TORONTO — The union representing 55,000 education workers in Ontario announced Friday that it will commence job action on Sept. 10.
Canadian Union of Public Employees’s Ontario School Boards Coordinating Committee Chair Terri Preston said her members’ work is essential to student success in schools and that they are serious about the services they provide and “being treated with respect at work.”
“We are starting really with asking people to respect their existing contracts. So very simply, people will not be working through their lunches and breaks, they will not be taking work home in order to finish the work that exists, we will not be attending unpaid meetings, we will only work the hours for which we’re paid and things of that nature,” Preston said.
“Students will not likely feel an impact on this but I do think that administrators will see a difference in having to provide coverage when people actually step away from their desk in order to take a break.”
Our hope, we have five bargaining dates coming up — starting on the 10th actually, and it is our hope that with the help of the concilliator we can get a collective agreement that shows respect for the work that we do and so we will need to escalate our action if we’re unable to reach an agreement.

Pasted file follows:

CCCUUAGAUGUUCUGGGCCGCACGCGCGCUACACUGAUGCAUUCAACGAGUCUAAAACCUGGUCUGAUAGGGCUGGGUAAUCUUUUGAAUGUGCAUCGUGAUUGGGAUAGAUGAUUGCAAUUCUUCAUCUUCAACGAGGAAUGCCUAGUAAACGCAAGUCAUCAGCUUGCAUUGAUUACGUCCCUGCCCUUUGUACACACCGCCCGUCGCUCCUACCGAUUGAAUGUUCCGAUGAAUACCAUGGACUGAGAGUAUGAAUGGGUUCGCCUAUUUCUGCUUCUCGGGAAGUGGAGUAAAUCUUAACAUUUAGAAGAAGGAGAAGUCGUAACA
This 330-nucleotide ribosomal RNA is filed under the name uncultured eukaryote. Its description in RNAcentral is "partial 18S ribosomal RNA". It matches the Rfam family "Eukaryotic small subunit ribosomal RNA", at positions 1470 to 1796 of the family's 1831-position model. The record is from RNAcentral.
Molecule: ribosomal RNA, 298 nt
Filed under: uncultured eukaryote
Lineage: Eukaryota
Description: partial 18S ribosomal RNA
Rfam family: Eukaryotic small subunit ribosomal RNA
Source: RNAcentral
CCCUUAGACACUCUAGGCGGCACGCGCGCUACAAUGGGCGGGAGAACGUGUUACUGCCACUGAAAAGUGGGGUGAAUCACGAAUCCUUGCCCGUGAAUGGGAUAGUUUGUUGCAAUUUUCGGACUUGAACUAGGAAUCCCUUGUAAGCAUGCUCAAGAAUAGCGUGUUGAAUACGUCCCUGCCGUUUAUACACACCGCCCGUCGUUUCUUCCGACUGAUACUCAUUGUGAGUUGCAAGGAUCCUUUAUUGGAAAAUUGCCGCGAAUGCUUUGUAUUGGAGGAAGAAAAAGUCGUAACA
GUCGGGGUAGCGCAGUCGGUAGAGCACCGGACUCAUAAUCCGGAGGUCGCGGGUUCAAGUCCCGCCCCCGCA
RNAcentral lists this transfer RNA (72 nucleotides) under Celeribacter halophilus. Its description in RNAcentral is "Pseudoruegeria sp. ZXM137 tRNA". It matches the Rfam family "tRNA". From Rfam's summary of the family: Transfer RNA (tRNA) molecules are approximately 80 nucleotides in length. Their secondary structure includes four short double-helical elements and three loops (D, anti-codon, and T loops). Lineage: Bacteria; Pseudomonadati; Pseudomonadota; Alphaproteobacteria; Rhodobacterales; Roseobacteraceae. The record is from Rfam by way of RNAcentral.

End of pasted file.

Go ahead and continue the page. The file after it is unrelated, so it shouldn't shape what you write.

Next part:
The OSBCC filed their intentions with the province and the Council of Trustees Association (CTA) Thursday evening. The union must provide five days’ notice prior to any job action under the new School Board Collective Bargaining Act.
CUPE local unions representing education workers in four school boards across Ontario voted to escalate job action beginning the first week of school. Details on the specifics of the job action have not yet been released.
“We’re moving forward with this plan and the first step begins with work-to-rule on September 10th,” said Preston.
The union plans to begin with work-to-rule before increasing to rotating strikes and eventually ramping up to a provincewide strike.
CUPE says the workers – which include educational assistants, custodians, early childhood educators, and speech pathologists – have been without a contract for year.
The job action effects education workers such as educational assistants, office administrators, custodians, tradespeople, instructors, library technicians, early childhood educators, IT specialists, speech pathologists and others.
The union represents education workers in elementary and secondary schools, public and Catholic school boards and French and English systems.
With a file from The Canadian Press